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Communalism, law and state power: the limits of political change in Malaysia

Mohamad, Marzuki

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Communalism has been a central feature of Malaysian politics. Communal identity and competing communal interests formed the basis of Malaysia's "constitutional contract" agreed upon by leaders of major communal groups - Malays, Chinese and Indians - on the eve of independence in 1957. Contrary to the liberal notion of social contract, the communally-based constitutional contract had been tilted toward serving competing communal interests rather than promoting individual liberties. Continuing...[Show more]

dc.contributor.authorMohamad, Marzuki
dc.date.accessioned2016-11-02T04:11:08Z
dc.date.available2016-11-02T04:11:08Z
dc.date.copyright2008
dc.identifier.otherb2554714
dc.identifier.urihttp://hdl.handle.net/1885/109819
dc.description.abstractCommunalism has been a central feature of Malaysian politics. Communal identity and competing communal interests formed the basis of Malaysia's "constitutional contract" agreed upon by leaders of major communal groups - Malays, Chinese and Indians - on the eve of independence in 1957. Contrary to the liberal notion of social contract, the communally-based constitutional contract had been tilted toward serving competing communal interests rather than promoting individual liberties. Continuing articulation of competing communal interests in post-independent Malaya, coupled with a communist threat, prompted the government to enact and enforce illiberal laws, aiming at maintaining national security and racial harmony in a communally-divided society. The courts too, recognizing the importance of state policies on ethnic relations, economic development and national security, legitimated illiberal statist legal meanings, which prioritized state power over individual freedoms. However, by the 1990s, the easing of ethnic tension and the end of the communist threat led to the questioning of the use of illiberal laws against political opponents and government critics. The trend in subjecting them to criminal and civil proceedings also raised concerns that the courts had been turned into one-sided political arenas to disgrace and humiliate political opponents and make oppositional political activities illegitimate. The criminal trials of former Deputy Prime Minister Datuk Seri Anwar Ibrahim vividly illustrated the conduct of political trials in Malaysia. However, the politics of Reformasi, which began soon after Anwar's ouster from the government in September 1998, had promoted a non-communal vision of Malaysian politics and proliferated liberal legal meanings based on the liberal conception of rule of law, contesting the illiberal statist legal meanings. The government responded to this development by making "superficial" legal changes in politically less sensitive areas like women's rights and normal crime, while continued to maintain an illiberal legal structure in the politically highly sensitive areas like national security and ethnic relations. Progress toward greater government responsiveness in these areas however had been slow and halting. By the mid 2000s, tussles between the Islamic mainstream, which promoted the more conservative view of Islam and religious freedom, and the liberals, who promoted the more liberal understanding of the same, reinforced communalism and raised a specter of divisive communal politics. This in turn provided the government with justifications to maintain the illiberal legal structure on the grounds of maintaining religious and racial harmony. Despite the recent push for democracy and non-communalism, the politics of race, religion and repression continued to be a dominant feature of Malaysian politics.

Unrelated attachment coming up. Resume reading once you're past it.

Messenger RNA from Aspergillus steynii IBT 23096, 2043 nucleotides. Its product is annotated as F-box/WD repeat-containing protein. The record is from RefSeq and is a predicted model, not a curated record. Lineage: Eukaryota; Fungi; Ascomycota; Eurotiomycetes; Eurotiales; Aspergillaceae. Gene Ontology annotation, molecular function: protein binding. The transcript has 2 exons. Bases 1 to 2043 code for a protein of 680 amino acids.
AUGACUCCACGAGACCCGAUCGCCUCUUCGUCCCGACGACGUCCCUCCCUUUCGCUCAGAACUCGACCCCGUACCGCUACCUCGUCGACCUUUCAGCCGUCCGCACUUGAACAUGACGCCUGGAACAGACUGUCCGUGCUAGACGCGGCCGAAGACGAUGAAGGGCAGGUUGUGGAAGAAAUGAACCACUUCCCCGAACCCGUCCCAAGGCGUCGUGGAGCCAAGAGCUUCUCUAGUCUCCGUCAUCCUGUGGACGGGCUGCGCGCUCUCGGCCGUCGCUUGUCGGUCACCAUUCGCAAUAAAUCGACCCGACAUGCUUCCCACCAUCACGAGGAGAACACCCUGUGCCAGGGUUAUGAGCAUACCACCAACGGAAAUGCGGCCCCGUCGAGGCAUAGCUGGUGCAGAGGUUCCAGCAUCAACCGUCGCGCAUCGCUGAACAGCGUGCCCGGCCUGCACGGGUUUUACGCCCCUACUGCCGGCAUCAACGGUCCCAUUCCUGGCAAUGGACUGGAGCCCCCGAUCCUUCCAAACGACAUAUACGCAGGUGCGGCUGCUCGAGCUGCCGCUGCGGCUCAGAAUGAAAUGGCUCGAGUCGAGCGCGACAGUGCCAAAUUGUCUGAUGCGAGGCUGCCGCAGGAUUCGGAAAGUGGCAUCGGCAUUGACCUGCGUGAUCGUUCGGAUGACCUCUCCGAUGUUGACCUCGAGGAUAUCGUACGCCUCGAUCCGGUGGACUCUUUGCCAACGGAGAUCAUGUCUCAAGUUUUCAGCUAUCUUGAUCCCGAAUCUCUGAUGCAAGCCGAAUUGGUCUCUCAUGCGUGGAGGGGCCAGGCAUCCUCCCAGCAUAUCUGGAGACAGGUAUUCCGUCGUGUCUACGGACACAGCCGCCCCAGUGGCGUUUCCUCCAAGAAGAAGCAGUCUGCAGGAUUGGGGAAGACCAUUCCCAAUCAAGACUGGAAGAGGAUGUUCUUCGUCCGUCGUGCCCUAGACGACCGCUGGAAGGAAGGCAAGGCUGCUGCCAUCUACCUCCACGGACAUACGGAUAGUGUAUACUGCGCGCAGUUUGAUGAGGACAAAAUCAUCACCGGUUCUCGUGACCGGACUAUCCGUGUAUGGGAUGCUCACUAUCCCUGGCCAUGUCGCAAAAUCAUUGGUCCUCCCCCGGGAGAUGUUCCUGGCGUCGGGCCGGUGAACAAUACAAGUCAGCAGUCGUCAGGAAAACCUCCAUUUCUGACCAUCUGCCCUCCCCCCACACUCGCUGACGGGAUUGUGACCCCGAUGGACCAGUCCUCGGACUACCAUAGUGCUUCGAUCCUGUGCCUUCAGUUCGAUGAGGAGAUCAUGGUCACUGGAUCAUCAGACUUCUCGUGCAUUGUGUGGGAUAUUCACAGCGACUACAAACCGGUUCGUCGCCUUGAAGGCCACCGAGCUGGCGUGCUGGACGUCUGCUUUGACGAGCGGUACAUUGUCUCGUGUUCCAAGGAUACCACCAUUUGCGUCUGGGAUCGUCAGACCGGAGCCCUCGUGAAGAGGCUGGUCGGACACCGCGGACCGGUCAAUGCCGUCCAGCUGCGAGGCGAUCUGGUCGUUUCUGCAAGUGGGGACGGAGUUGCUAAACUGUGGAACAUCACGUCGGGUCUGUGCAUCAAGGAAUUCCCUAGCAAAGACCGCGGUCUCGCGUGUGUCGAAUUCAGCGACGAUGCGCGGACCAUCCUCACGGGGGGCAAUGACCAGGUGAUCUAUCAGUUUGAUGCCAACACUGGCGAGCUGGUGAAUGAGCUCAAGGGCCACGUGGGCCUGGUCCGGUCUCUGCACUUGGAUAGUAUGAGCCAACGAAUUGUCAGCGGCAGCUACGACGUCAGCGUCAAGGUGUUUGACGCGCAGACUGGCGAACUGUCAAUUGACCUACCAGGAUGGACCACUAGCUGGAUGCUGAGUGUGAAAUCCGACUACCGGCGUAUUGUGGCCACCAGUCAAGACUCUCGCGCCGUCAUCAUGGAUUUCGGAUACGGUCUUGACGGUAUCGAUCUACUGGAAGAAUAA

dc.format.extentxx, 381 leaves.
dc.language.isoen
dc.subject.lccDS597.M64 2008
dc.subject.lcshMinorities Malaysia
dc.subject.lcshMalaysia Politics and government
dc.subject.lcshMalaysia Ethnic relations
dc.titleCommunalism, law and state power: the limits of political change in Malaysia
dc.typeThesis (PhD)
local.contributor.supervisorCrouch, Harold
dcterms.valid2008
local.description.notesThis thesis has been made available through exception 200AB to the Copyright Act.
local.type.degreeDoctor of Philosophy (PhD)
dc.date.issued2008
local.contributor.affiliationDepartment of Political and Social Change, Research School of Pacific and Asian Studies, The Australian National University
local.identifier.doi10.25911/5d7784a0ce083
dc.date.updated2016-11-01T00:01:16Z
local.mintdoimint
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